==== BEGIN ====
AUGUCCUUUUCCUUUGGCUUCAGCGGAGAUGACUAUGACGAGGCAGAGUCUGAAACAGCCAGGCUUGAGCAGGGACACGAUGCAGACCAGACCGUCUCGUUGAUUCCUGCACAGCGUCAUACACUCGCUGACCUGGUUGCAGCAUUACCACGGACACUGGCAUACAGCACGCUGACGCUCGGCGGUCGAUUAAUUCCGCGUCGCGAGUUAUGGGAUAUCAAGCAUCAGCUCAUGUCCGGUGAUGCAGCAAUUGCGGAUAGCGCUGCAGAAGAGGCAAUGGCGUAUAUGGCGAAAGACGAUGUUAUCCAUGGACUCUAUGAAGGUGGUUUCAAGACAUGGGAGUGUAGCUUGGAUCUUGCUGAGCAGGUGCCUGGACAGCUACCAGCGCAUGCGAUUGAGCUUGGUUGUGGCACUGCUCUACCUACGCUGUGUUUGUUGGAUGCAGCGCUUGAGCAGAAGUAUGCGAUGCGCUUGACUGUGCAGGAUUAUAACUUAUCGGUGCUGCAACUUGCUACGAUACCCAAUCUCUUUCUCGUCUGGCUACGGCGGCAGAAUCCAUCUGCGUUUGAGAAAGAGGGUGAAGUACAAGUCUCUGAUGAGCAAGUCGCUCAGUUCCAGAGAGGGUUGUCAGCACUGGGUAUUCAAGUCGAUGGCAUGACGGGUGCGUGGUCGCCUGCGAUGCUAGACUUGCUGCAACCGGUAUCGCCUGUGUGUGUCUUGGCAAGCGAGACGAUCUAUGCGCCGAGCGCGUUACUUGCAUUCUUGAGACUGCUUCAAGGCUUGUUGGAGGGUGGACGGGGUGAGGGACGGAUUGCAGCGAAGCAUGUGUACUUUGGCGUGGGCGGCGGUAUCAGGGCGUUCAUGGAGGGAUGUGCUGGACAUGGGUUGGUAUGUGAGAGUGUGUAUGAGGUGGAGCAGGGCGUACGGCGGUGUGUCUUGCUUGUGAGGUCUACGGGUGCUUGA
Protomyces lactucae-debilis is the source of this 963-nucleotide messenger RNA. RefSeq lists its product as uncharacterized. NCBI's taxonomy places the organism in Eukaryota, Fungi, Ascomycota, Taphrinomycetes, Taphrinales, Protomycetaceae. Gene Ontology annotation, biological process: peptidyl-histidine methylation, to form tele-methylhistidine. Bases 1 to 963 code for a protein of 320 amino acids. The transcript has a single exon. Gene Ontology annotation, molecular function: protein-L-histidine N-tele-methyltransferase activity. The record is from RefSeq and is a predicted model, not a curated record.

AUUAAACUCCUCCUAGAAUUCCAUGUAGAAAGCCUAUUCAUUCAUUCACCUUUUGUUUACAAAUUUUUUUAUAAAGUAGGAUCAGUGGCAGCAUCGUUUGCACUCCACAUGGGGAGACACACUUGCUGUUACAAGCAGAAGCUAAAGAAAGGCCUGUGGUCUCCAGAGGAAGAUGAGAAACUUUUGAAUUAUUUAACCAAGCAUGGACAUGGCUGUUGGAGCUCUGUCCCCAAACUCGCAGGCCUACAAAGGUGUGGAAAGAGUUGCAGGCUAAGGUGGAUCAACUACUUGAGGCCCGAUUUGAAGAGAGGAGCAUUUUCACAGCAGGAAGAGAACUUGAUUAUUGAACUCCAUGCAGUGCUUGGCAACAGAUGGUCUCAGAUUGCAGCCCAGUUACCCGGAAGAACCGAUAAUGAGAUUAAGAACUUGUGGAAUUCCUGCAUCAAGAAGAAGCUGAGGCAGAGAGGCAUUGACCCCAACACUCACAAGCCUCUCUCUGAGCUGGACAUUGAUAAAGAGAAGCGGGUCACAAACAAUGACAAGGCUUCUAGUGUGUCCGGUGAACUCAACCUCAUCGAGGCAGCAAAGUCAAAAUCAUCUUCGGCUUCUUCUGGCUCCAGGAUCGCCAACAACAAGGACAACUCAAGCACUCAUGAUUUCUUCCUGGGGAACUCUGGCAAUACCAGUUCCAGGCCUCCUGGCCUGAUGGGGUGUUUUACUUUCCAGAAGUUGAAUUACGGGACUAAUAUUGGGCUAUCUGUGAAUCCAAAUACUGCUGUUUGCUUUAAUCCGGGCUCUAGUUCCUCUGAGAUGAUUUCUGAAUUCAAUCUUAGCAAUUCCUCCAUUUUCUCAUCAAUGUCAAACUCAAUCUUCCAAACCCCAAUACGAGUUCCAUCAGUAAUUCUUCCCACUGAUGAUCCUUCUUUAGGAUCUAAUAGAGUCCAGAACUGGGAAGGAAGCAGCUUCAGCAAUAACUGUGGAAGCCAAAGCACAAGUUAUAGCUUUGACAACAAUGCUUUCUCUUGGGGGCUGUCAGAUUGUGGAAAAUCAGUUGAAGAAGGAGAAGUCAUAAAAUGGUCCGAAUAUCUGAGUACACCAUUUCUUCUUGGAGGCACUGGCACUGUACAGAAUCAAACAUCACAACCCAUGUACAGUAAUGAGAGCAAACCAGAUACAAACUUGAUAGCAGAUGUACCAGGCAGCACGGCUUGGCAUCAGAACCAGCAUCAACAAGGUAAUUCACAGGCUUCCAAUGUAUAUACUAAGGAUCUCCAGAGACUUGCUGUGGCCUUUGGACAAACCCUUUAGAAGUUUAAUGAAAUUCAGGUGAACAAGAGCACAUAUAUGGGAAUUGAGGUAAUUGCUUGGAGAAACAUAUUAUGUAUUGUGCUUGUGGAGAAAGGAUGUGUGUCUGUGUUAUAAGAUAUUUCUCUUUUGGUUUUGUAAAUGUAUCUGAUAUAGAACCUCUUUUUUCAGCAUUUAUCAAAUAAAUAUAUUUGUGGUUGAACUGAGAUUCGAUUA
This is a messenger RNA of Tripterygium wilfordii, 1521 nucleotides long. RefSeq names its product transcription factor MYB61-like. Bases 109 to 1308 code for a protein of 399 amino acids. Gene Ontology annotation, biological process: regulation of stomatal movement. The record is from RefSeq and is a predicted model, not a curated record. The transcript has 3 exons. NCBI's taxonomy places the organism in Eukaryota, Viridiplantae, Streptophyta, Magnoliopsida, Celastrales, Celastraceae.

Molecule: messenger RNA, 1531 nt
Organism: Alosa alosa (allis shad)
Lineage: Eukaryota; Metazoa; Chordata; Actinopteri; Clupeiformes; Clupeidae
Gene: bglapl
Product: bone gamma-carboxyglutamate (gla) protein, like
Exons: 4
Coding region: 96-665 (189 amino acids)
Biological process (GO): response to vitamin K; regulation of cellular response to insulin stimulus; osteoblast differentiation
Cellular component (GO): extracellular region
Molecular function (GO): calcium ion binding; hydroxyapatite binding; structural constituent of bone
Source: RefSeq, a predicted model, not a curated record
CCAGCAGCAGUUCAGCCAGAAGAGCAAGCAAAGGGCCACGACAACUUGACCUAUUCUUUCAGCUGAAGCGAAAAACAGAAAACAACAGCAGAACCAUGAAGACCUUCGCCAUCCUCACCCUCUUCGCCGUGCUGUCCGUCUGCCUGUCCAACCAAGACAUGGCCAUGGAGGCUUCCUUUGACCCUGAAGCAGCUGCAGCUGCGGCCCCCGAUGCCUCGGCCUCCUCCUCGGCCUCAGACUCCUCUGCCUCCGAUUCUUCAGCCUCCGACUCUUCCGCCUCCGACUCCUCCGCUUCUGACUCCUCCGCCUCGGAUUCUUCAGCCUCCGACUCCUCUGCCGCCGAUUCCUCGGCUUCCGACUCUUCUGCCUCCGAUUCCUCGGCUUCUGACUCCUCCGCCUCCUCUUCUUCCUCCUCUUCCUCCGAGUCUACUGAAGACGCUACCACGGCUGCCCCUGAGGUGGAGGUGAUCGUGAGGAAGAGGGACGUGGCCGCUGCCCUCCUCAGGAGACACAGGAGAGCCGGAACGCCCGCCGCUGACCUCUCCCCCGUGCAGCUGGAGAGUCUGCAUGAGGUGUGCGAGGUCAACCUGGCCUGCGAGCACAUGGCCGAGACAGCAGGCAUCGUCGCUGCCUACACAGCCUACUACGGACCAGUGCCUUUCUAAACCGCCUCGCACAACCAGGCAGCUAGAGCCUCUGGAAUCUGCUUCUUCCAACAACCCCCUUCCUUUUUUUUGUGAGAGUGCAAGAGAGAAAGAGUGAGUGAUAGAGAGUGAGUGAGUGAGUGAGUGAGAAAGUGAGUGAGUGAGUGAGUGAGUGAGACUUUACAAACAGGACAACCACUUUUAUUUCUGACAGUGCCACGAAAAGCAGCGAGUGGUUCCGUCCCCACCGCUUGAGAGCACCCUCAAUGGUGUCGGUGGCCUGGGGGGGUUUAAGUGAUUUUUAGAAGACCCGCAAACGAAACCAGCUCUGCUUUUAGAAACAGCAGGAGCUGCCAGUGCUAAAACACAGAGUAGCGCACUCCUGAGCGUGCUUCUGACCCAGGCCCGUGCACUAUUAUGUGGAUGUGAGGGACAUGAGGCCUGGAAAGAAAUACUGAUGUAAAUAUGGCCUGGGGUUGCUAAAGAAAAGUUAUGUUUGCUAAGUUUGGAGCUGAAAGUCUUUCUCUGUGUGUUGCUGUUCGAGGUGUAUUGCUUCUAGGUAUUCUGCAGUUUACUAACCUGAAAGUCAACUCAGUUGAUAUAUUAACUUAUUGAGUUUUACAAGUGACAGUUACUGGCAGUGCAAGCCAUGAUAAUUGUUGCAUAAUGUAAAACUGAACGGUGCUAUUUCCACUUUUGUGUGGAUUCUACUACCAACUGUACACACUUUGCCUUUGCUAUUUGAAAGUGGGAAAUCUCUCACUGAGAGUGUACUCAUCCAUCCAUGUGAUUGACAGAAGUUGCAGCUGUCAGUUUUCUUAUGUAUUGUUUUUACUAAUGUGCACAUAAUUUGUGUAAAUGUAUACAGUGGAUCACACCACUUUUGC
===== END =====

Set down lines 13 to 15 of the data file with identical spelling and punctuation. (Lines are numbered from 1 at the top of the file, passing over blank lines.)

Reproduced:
Cellular component (GO): extracellular region
Molecular function (GO): calcium ion binding; hydroxyapatite binding; structural constituent of bone
Source: RefSeq, a predicted model, not a curated record